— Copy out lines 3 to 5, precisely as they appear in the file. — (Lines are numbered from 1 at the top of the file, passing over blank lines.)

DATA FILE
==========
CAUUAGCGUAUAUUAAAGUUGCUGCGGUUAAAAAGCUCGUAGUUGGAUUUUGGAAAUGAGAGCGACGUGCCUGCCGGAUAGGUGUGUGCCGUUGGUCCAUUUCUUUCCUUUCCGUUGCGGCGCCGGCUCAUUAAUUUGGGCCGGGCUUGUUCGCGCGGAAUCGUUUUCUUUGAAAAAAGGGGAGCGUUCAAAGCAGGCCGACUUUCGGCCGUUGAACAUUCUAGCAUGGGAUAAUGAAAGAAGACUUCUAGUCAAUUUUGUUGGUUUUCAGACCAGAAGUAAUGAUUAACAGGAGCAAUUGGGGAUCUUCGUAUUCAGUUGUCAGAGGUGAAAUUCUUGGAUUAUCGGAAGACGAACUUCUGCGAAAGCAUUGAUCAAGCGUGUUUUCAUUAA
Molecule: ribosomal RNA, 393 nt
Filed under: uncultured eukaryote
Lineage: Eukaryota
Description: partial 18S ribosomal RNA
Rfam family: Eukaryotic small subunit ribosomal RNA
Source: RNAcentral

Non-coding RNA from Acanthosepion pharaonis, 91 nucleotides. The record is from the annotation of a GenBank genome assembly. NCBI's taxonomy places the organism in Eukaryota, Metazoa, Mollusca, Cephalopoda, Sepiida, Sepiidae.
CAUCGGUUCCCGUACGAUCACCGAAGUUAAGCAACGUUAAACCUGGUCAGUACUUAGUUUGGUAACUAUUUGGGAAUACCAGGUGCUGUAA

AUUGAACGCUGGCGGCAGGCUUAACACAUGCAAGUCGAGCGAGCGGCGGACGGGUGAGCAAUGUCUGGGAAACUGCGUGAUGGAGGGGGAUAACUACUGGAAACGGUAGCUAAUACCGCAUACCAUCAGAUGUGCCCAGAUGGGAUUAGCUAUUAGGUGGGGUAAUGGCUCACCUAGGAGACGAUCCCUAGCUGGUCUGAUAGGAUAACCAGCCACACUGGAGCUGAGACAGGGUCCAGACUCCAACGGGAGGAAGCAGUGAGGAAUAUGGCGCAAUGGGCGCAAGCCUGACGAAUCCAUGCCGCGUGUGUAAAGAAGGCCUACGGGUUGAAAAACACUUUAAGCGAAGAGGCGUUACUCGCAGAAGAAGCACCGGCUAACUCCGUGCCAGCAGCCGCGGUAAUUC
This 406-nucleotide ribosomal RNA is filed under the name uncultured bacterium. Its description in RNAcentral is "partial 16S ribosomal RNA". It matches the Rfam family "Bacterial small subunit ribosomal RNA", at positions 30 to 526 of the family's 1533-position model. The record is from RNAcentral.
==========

Filed under: uncultured eukaryote
Lineage: Eukaryota
Description: partial 18S ribosomal RNA